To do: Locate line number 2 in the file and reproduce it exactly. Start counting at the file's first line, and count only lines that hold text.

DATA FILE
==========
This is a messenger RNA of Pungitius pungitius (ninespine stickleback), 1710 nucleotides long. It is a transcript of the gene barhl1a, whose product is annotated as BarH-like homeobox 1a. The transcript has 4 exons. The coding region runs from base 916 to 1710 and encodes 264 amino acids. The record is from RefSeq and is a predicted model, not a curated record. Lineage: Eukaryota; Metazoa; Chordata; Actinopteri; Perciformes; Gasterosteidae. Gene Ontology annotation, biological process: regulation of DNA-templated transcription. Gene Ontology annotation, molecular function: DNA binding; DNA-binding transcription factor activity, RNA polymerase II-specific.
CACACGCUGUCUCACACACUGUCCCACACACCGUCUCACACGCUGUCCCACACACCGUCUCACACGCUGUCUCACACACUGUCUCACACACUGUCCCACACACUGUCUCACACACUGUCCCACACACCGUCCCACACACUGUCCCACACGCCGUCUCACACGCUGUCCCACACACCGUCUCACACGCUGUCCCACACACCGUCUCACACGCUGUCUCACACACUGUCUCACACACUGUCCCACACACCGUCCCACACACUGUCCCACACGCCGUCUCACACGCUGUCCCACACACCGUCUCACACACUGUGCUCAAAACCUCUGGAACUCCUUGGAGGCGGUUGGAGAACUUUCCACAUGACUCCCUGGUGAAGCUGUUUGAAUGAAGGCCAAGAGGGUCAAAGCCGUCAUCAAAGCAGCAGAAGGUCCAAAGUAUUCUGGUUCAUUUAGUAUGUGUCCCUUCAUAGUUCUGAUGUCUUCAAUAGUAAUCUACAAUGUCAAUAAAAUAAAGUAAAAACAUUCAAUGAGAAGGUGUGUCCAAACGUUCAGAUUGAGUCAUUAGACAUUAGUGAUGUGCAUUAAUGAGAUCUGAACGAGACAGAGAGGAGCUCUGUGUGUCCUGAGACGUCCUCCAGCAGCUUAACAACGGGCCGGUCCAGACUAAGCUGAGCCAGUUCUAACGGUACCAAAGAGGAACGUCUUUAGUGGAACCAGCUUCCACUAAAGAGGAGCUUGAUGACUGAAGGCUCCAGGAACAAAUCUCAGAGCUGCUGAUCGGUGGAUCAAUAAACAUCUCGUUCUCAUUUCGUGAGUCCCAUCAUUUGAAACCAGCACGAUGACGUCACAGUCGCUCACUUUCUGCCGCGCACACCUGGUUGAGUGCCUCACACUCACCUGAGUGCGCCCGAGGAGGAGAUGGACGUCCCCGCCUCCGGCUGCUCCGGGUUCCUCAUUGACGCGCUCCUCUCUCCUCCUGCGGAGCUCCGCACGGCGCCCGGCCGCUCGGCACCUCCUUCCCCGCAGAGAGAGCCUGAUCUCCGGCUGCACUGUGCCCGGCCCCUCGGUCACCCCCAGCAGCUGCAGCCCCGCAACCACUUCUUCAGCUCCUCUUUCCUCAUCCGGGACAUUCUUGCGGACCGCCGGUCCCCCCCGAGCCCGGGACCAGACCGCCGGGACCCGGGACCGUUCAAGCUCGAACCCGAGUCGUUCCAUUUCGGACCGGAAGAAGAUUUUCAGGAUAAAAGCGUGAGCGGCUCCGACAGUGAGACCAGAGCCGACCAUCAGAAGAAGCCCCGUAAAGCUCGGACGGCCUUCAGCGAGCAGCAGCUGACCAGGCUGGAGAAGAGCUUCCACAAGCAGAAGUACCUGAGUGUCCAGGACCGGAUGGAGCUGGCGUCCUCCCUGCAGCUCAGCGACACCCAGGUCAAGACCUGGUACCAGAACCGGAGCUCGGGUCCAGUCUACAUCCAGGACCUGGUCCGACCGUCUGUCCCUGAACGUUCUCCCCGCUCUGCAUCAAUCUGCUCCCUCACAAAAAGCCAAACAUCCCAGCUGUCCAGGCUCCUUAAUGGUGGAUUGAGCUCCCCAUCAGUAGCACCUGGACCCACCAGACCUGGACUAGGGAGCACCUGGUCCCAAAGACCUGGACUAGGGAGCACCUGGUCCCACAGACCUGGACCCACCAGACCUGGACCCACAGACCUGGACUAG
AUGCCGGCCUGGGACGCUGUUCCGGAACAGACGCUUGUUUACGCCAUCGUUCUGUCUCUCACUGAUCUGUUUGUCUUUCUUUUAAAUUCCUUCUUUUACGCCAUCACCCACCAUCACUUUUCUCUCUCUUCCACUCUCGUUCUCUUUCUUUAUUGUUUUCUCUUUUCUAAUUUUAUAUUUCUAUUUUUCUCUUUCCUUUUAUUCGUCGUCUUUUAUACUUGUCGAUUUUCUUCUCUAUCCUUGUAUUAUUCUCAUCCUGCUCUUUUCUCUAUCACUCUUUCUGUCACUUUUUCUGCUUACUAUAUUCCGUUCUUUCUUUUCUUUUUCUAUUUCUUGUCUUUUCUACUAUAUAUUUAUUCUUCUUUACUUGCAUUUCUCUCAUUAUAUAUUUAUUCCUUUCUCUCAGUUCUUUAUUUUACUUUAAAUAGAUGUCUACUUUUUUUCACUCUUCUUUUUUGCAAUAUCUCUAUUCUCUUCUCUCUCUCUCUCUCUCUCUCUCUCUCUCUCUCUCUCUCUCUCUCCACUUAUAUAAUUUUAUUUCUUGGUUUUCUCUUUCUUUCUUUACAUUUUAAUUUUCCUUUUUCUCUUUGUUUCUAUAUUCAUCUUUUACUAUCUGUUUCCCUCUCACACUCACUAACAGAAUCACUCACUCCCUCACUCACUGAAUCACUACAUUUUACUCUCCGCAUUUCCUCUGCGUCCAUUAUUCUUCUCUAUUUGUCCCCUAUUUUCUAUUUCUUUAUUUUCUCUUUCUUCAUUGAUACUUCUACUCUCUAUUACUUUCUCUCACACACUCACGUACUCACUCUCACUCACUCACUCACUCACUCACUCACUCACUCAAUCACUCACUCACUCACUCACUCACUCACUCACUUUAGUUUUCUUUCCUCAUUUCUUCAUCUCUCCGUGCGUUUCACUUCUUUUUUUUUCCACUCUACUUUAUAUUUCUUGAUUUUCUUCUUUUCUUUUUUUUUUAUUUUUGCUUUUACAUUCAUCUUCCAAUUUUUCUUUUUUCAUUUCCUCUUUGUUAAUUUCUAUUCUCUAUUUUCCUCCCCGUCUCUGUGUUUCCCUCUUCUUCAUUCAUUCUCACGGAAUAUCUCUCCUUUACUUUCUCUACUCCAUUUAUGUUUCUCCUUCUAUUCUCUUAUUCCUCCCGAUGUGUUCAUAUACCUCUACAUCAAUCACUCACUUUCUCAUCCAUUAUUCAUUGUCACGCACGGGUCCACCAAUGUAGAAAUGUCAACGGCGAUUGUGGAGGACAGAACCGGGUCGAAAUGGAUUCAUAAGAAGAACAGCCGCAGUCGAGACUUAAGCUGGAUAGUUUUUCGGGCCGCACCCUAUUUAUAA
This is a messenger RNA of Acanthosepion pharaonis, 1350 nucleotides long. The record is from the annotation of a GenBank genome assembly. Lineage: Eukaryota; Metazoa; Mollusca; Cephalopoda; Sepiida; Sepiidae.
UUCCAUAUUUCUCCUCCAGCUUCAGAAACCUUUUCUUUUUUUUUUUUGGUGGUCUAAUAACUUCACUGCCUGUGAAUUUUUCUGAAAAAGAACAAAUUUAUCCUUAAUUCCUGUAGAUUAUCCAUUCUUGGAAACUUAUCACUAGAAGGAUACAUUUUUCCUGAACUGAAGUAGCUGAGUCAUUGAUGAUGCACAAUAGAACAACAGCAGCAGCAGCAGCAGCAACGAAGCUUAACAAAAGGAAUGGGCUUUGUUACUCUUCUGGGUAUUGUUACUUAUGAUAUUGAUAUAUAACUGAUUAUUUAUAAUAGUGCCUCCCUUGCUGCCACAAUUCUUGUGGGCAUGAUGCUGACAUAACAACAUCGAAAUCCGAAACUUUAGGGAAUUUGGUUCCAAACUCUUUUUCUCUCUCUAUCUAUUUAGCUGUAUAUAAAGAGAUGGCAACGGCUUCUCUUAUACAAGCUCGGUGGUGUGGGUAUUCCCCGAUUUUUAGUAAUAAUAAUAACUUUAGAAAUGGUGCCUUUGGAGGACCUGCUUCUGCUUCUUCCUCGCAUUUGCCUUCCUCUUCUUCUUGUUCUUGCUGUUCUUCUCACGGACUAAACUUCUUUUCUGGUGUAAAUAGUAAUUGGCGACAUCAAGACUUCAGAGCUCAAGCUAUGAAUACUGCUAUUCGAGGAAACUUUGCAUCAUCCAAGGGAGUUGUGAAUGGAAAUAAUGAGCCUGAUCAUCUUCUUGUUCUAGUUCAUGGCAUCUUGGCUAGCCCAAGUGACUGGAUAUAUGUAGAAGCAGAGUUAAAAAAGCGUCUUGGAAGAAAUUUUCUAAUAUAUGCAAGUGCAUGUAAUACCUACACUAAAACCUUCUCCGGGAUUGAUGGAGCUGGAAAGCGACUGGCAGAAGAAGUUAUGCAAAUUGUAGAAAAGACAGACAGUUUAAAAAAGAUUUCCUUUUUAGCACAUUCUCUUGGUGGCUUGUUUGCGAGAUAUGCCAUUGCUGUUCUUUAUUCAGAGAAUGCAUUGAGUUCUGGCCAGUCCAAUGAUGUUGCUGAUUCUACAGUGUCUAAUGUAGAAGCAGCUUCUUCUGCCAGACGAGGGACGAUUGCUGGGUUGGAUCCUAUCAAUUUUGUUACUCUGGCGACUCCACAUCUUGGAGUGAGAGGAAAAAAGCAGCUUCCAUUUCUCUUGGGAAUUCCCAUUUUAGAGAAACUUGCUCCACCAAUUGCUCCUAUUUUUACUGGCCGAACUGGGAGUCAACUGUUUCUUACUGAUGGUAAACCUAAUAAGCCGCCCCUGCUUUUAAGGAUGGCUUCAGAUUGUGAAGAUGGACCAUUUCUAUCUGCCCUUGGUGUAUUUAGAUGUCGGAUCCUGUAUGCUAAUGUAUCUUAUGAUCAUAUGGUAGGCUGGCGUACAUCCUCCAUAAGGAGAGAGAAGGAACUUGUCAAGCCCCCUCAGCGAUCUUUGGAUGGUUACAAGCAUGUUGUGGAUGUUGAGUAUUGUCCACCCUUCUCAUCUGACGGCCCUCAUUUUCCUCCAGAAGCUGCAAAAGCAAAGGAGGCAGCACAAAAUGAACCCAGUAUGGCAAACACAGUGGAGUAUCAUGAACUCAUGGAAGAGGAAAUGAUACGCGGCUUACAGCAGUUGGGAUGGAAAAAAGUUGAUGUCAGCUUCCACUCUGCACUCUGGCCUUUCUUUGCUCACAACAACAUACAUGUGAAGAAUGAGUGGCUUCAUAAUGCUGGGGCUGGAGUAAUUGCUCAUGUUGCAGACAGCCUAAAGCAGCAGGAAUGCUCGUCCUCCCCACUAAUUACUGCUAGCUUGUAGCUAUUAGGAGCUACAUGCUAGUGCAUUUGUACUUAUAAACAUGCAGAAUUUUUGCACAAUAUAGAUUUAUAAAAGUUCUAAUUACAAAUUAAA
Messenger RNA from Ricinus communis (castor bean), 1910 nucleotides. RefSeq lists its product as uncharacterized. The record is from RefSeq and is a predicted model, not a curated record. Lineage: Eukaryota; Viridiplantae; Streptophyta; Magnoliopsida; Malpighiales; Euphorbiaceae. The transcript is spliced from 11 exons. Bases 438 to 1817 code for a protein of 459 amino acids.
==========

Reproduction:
CACACGCUGUCUCACACACUGUCCCACACACCGUCUCACACGCUGUCCCACACACCGUCUCACACGCUGUCUCACACACUGUCUCACACACUGUCCCACACACUGUCUCACACACUGUCCCACACACCGUCCCACACACUGUCCCACACGCCGUCUCACACGCUGUCCCACACACCGUCUCACACGCUGUCCCACACACCGUCUCACACGCUGUCUCACACACUGUCUCACACACUGUCCCACACACCGUCCCACACACUGUCCCACACGCCGUCUCACACGCUGUCCCACACACCGUCUCACACACUGUGCUCAAAACCUCUGGAACUCCUUGGAGGCGGUUGGAGAACUUUCCACAUGACUCCCUGGUGAAGCUGUUUGAAUGAAGGCCAAGAGGGUCAAAGCCGUCAUCAAAGCAGCAGAAGGUCCAAAGUAUUCUGGUUCAUUUAGUAUGUGUCCCUUCAUAGUUCUGAUGUCUUCAAUAGUAAUCUACAAUGUCAAUAAAAUAAAGUAAAAACAUUCAAUGAGAAGGUGUGUCCAAACGUUCAGAUUGAGUCAUUAGACAUUAGUGAUGUGCAUUAAUGAGAUCUGAACGAGACAGAGAGGAGCUCUGUGUGUCCUGAGACGUCCUCCAGCAGCUUAACAACGGGCCGGUCCAGACUAAGCUGAGCCAGUUCUAACGGUACCAAAGAGGAACGUCUUUAGUGGAACCAGCUUCCACUAAAGAGGAGCUUGAUGACUGAAGGCUCCAGGAACAAAUCUCAGAGCUGCUGAUCGGUGGAUCAAUAAACAUCUCGUUCUCAUUUCGUGAGUCCCAUCAUUUGAAACCAGCACGAUGACGUCACAGUCGCUCACUUUCUGCCGCGCACACCUGGUUGAGUGCCUCACACUCACCUGAGUGCGCCCGAGGAGGAGAUGGACGUCCCCGCCUCCGGCUGCUCCGGGUUCCUCAUUGACGCGCUCCUCUCUCCUCCUGCGGAGCUCCGCACGGCGCCCGGCCGCUCGGCACCUCCUUCCCCGCAGAGAGAGCCUGAUCUCCGGCUGCACUGUGCCCGGCCCCUCGGUCACCCCCAGCAGCUGCAGCCCCGCAACCACUUCUUCAGCUCCUCUUUCCUCAUCCGGGACAUUCUUGCGGACCGCCGGUCCCCCCCGAGCCCGGGACCAGACCGCCGGGACCCGGGACCGUUCAAGCUCGAACCCGAGUCGUUCCAUUUCGGACCGGAAGAAGAUUUUCAGGAUAAAAGCGUGAGCGGCUCCGACAGUGAGACCAGAGCCGACCAUCAGAAGAAGCCCCGUAAAGCUCGGACGGCCUUCAGCGAGCAGCAGCUGACCAGGCUGGAGAAGAGCUUCCACAAGCAGAAGUACCUGAGUGUCCAGGACCGGAUGGAGCUGGCGUCCUCCCUGCAGCUCAGCGACACCCAGGUCAAGACCUGGUACCAGAACCGGAGCUCGGGUCCAGUCUACAUCCAGGACCUGGUCCGACCGUCUGUCCCUGAACGUUCUCCCCGCUCUGCAUCAAUCUGCUCCCUCACAAAAAGCCAAACAUCCCAGCUGUCCAGGCUCCUUAAUGGUGGAUUGAGCUCCCCAUCAGUAGCACCUGGACCCACCAGACCUGGACUAGGGAGCACCUGGUCCCAAAGACCUGGACUAGGGAGCACCUGGUCCCACAGACCUGGACCCACCAGACCUGGACCCACAGACCUGGACUAG